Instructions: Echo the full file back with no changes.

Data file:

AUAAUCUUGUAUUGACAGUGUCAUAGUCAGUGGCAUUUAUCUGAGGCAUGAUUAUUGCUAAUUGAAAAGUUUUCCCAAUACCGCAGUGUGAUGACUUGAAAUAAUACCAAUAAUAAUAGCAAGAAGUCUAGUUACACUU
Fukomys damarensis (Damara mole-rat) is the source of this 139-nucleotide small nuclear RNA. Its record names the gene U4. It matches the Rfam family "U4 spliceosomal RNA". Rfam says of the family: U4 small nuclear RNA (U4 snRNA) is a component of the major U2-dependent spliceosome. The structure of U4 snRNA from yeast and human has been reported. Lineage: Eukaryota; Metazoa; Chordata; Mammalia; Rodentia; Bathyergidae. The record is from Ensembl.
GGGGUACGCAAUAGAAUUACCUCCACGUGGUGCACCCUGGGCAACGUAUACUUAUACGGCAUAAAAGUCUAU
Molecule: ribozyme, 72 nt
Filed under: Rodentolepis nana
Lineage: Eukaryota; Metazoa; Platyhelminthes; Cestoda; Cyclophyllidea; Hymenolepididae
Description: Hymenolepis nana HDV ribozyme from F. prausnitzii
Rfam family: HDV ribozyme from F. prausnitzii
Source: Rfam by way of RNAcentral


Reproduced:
AUAAUCUUGUAUUGACAGUGUCAUAGUCAGUGGCAUUUAUCUGAGGCAUGAUUAUUGCUAAUUGAAAAGUUUUCCCAAUACCGCAGUGUGAUGACUUGAAAUAAUACCAAUAAUAAUAGCAAGAAGUCUAGUUACACUU
Fukomys damarensis (Damara mole-rat) is the source of this 139-nucleotide small nuclear RNA. Its record names the gene U4. It matches the Rfam family "U4 spliceosomal RNA". Rfam says of the family: U4 small nuclear RNA (U4 snRNA) is a component of the major U2-dependent spliceosome. The structure of U4 snRNA from yeast and human has been reported. Lineage: Eukaryota; Metazoa; Chordata; Mammalia; Rodentia; Bathyergidae. The record is from Ensembl.
GGGGUACGCAAUAGAAUUACCUCCACGUGGUGCACCCUGGGCAACGUAUACUUAUACGGCAUAAAAGUCUAU
Molecule: ribozyme, 72 nt
Filed under: Rodentolepis nana
Lineage: Eukaryota; Metazoa; Platyhelminthes; Cestoda; Cyclophyllidea; Hymenolepididae
Description: Hymenolepis nana HDV ribozyme from F. prausnitzii
Rfam family: HDV ribozyme from F. prausnitzii
Source: Rfam by way of RNAcentral